Military equalitarianism reached its extreme point in our fifth counter-campaign against “encirclement and suppression” in 1934. It was thought that we could beat the enemy by “dividing the forces into six routes” and “resisting on all fronts”, but instead we were beaten by the enemy, and the reason was fear of losing territory. Naturally one can scarcely avoid loss of territory when concentrating the main forces in one direction while leaving only containing forces in others. But this loss is temporary and partial and is compensated for by victory in the place where the assault is made. After such a victory is won, territory lost in the area of the containing forces can be recovered. The enemy’s first, second, third and fourth campaigns of “encirclement and suppression” all entailed the loss of territory– particularly the third campaign, in which the Kiangsi base area of the Red Army was almost completely lost–but in the end we not only recovered but extended our territory.
Failure to appreciate the strength of the people in the base area has often given rise to unwarranted fear of moving the Red Army too far away from the base area. This happened when the Red Army in Kiangsi made a long drive to attack Changchow in Fukien Province in 1932, and also when it wheeled around to attack Fukien after the victory in our fourth counter-campaign in 1933. There was fear in the first case that the enemy would seize the entire base area, and in the second that he would seize part of it; consequently there was opposition to concentrating our forces and advocacy of dividing them up for defence, but in the end all this proved to be wrong. As far as the enemy is concerned, he is afraid to advance into our base area, but the main danger in his eyes is a Red Army that has driven into the White area. His attention is always fixed on the whereabouts of the main force of the Red Army, and he rarely takes his eyes off it to concentrate on the base area. Even when the Red Army is on the defensive, it is still the centre of the enemy’s attention. Part of his over-all plan is to reduce the size of our base area, but if the Red Army concentrates its main force to annihilate one of his columns, the enemy’s supreme command will be compelled to focus greater attention on the Red Army and concentrate larger forces against it. Hence it is possible to wreck an enemy plan for reducing the size of a base area.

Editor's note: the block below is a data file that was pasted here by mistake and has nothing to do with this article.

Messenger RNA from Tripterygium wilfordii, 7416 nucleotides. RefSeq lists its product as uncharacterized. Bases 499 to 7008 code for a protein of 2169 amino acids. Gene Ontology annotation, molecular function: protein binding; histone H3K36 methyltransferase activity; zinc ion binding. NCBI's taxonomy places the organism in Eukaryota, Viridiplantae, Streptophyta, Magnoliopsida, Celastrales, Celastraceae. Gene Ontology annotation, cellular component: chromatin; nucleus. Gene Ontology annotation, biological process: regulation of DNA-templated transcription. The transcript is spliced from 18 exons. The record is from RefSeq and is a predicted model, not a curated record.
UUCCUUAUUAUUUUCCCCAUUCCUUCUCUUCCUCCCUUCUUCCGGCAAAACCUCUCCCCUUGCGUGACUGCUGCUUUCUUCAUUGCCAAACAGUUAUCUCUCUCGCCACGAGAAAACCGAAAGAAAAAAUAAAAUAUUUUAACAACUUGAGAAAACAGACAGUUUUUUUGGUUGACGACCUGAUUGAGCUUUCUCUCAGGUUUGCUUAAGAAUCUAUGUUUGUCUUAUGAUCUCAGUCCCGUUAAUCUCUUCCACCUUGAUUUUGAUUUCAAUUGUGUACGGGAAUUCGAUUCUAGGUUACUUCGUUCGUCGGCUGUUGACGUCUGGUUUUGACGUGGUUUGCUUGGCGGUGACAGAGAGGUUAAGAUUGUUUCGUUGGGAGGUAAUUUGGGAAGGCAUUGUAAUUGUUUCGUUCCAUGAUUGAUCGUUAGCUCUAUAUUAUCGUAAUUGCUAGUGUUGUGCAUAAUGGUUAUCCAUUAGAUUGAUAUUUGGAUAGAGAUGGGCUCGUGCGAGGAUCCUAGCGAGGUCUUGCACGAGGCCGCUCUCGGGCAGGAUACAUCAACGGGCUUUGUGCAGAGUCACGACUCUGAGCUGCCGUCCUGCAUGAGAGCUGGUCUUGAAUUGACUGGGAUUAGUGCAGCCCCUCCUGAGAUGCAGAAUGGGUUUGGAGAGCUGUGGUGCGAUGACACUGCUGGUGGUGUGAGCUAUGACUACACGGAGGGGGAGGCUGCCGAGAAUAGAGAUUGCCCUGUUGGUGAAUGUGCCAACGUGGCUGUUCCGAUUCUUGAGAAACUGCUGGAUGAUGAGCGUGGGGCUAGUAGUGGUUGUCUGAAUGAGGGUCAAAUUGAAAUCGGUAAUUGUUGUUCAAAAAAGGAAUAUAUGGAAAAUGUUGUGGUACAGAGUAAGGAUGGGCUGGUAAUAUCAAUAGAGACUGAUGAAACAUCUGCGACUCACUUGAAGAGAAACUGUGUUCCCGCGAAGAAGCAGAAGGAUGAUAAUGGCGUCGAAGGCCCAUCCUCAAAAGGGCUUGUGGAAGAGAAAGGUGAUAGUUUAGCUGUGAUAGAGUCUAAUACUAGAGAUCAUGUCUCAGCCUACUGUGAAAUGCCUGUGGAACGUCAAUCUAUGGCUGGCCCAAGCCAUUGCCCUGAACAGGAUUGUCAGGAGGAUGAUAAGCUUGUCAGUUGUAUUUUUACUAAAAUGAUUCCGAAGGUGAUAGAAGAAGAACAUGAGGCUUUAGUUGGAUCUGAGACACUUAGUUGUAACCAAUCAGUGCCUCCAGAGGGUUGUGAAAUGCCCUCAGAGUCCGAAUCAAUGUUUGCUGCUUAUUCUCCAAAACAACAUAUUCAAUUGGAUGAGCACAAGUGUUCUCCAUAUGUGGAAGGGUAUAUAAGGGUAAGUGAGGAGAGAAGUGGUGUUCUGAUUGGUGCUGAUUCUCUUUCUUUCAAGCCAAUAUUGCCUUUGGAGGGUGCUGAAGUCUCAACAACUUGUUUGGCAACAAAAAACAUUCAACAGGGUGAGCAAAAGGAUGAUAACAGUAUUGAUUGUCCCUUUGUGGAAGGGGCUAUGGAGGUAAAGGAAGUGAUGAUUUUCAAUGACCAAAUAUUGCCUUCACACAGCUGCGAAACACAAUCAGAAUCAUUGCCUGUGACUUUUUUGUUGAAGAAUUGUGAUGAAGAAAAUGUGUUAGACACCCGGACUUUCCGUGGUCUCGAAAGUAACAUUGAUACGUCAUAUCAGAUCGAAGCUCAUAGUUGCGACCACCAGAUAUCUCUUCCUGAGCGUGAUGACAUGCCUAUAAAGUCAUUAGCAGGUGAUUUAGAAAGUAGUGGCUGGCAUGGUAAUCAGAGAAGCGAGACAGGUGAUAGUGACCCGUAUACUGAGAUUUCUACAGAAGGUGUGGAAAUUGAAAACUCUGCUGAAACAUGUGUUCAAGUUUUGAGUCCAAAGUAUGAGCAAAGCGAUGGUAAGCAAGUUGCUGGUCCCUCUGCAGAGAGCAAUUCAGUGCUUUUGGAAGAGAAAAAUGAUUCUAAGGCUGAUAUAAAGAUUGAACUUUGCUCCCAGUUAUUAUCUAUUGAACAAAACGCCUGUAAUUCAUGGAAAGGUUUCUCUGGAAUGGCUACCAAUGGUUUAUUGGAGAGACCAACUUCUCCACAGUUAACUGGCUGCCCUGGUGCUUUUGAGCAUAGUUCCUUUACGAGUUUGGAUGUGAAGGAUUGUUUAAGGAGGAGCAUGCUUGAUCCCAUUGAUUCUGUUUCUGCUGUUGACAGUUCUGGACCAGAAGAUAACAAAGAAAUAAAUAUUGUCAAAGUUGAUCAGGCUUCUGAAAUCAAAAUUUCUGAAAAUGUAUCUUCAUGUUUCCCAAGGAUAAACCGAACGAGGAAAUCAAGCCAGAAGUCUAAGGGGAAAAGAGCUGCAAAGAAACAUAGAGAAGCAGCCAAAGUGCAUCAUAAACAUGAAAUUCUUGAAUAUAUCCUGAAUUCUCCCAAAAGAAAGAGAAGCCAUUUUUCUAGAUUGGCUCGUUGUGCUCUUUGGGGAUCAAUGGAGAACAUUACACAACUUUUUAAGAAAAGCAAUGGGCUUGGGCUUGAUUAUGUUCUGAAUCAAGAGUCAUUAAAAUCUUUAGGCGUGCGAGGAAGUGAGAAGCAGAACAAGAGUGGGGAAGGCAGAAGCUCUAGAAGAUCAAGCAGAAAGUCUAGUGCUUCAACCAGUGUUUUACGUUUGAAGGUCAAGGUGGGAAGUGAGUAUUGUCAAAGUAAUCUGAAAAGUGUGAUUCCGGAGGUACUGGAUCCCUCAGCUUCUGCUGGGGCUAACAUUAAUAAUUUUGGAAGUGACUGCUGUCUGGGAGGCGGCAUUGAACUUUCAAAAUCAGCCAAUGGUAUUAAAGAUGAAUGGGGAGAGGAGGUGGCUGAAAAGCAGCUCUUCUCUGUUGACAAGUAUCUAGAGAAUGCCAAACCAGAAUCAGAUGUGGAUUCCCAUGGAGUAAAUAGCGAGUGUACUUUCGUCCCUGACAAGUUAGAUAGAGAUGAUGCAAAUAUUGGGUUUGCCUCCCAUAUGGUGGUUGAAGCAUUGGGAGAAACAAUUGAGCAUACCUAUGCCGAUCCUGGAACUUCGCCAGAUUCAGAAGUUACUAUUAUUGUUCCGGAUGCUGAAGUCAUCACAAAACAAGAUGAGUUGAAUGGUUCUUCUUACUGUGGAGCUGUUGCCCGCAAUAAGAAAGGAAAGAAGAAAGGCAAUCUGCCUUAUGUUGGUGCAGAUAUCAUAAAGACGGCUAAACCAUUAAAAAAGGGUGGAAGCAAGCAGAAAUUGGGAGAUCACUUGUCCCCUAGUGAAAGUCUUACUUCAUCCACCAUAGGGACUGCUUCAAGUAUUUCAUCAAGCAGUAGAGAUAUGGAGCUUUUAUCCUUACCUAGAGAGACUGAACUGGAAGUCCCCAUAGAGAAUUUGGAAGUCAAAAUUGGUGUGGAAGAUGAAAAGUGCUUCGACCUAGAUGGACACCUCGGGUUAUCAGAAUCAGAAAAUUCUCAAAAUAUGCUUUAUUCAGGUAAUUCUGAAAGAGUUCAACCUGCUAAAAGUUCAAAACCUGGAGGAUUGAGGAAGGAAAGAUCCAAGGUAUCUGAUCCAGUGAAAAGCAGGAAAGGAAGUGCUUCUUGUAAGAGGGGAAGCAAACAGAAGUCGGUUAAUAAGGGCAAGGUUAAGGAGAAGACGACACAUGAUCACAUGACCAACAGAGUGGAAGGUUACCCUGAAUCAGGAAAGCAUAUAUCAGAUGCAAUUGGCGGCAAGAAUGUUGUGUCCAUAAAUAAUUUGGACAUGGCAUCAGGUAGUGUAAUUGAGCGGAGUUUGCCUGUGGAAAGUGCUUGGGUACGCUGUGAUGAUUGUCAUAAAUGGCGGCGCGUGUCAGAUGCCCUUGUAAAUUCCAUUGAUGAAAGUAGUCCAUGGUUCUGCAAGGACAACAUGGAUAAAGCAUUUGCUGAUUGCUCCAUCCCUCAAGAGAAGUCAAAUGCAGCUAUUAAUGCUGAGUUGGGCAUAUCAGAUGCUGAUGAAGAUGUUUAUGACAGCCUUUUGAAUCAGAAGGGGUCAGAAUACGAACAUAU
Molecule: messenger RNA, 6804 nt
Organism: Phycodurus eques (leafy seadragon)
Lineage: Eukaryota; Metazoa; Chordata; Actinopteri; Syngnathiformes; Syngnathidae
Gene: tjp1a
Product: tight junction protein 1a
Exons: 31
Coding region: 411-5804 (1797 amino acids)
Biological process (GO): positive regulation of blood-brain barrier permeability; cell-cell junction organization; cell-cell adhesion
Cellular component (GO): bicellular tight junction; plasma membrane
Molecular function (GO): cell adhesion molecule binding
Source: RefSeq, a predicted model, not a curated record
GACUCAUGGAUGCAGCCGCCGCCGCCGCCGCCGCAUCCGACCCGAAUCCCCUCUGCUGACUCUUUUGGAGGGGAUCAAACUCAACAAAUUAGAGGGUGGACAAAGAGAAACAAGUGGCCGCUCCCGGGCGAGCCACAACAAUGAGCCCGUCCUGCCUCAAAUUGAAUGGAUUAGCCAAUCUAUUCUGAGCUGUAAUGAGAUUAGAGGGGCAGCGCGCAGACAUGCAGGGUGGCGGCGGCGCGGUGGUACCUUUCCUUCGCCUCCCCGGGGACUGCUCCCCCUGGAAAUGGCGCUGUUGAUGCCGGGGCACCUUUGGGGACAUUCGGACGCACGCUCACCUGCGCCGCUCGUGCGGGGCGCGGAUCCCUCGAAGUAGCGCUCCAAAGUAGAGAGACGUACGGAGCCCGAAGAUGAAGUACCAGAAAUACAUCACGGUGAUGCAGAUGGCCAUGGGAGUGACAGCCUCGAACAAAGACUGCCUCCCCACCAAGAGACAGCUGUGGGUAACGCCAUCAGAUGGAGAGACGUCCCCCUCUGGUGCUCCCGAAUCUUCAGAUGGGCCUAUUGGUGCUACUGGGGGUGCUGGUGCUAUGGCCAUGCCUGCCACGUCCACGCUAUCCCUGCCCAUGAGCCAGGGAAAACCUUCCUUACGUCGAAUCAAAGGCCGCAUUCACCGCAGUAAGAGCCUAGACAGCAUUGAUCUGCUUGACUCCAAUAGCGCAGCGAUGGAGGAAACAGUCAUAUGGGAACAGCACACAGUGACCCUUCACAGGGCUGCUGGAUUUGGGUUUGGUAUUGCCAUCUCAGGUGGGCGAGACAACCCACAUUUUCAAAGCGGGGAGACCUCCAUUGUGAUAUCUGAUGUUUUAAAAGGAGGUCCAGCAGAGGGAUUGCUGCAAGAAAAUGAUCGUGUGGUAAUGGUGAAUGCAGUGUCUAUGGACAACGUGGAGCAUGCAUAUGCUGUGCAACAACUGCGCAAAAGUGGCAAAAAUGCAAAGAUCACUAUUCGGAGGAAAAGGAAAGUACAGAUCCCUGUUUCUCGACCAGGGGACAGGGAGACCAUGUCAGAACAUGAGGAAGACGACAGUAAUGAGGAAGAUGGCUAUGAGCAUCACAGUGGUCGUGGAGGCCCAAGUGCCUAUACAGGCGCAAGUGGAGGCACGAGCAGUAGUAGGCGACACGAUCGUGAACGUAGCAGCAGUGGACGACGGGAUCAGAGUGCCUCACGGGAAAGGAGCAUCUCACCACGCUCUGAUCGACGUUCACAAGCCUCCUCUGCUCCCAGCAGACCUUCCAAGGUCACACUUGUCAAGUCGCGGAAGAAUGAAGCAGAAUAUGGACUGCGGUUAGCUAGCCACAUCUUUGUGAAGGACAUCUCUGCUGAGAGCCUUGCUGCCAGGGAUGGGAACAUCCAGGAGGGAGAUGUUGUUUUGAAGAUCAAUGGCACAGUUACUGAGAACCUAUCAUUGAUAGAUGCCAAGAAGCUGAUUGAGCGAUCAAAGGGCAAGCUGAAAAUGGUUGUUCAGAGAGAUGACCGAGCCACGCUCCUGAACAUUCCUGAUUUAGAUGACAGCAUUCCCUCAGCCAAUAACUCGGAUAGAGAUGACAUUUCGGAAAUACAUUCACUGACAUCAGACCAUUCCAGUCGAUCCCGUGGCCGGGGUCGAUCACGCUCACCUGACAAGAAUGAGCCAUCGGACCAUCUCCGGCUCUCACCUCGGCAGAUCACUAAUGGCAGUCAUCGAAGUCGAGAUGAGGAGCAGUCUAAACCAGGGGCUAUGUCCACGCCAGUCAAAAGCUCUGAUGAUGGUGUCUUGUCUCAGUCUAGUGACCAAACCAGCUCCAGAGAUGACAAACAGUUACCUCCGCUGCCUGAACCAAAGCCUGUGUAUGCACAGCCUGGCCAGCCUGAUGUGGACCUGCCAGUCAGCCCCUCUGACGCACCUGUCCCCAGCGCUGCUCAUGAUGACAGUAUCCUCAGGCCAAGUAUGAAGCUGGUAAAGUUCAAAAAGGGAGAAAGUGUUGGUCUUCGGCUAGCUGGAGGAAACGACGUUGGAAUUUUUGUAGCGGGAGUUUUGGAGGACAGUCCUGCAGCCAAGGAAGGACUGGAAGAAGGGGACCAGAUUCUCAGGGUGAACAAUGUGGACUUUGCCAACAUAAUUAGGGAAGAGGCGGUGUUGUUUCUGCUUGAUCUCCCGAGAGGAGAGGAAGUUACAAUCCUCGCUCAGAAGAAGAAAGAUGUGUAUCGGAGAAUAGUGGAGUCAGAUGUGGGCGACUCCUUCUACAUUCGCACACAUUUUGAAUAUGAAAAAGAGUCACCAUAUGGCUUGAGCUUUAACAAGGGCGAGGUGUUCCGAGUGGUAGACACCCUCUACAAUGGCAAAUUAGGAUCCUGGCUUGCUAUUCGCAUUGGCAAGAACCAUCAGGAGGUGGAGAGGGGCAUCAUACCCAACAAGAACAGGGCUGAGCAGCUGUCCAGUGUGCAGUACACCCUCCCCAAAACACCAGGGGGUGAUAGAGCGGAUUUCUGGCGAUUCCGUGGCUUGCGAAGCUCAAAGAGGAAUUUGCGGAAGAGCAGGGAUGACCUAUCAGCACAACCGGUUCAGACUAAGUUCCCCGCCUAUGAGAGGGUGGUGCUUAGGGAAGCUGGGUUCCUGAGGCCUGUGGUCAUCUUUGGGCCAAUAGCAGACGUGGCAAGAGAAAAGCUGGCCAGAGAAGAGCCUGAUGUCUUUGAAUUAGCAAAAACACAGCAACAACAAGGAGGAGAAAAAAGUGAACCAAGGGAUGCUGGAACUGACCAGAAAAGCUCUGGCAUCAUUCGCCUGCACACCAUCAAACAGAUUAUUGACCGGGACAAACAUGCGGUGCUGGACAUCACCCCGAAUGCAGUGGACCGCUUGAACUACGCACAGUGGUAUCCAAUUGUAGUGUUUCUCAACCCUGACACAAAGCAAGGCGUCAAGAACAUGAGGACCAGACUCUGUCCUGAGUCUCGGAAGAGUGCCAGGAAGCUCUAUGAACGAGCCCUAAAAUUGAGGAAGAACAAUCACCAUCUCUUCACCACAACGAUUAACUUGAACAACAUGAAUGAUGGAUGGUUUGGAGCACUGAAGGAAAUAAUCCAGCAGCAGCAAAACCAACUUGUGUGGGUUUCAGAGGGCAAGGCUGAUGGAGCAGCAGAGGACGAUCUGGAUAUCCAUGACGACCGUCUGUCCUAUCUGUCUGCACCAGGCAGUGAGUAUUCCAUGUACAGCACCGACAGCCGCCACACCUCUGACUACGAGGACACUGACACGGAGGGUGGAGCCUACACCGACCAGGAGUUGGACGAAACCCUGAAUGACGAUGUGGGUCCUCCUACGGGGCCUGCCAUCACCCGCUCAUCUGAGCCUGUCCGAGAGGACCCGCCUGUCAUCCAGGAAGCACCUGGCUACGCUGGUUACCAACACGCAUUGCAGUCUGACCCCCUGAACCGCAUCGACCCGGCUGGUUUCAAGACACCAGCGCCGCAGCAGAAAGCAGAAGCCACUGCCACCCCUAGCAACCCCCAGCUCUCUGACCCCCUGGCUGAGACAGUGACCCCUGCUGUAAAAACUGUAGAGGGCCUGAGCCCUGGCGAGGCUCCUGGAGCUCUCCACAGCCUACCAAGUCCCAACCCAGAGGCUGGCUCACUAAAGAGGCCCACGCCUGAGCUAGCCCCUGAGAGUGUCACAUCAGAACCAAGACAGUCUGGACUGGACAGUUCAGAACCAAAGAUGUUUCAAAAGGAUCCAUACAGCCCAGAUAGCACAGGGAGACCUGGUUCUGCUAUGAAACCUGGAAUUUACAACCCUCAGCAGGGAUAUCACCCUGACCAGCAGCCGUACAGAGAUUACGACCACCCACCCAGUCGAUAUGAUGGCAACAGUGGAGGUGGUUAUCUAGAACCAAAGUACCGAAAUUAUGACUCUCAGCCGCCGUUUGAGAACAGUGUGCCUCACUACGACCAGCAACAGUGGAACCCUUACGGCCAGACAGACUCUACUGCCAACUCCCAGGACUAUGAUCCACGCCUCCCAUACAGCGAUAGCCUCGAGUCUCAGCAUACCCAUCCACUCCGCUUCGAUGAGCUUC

Also, it was wrong to say, “In the fifth ‘encirclement and suppression’ campaign which is being carried on by means of blockhouse warfare, it is impossible for us to operate with concentrated forces, and all we can do is to divide them up for defence and for short swift thrusts.” The enemy’s tactics of pushing forward 3, 5, 8, or 10 li at a time and building blockhouses at each halt were entirely the result of the Red Army’s practice of fighting defensive actions at every successive point. The situation would certainly have been different if our army had abandoned the tactics of point-by-point defence on interior lines and, when possible and necessary, had turned and driven into the enemy’s interior lines. The principle of concentration of forces is precisely the means for defeating the enemy’s blockhouse warfare.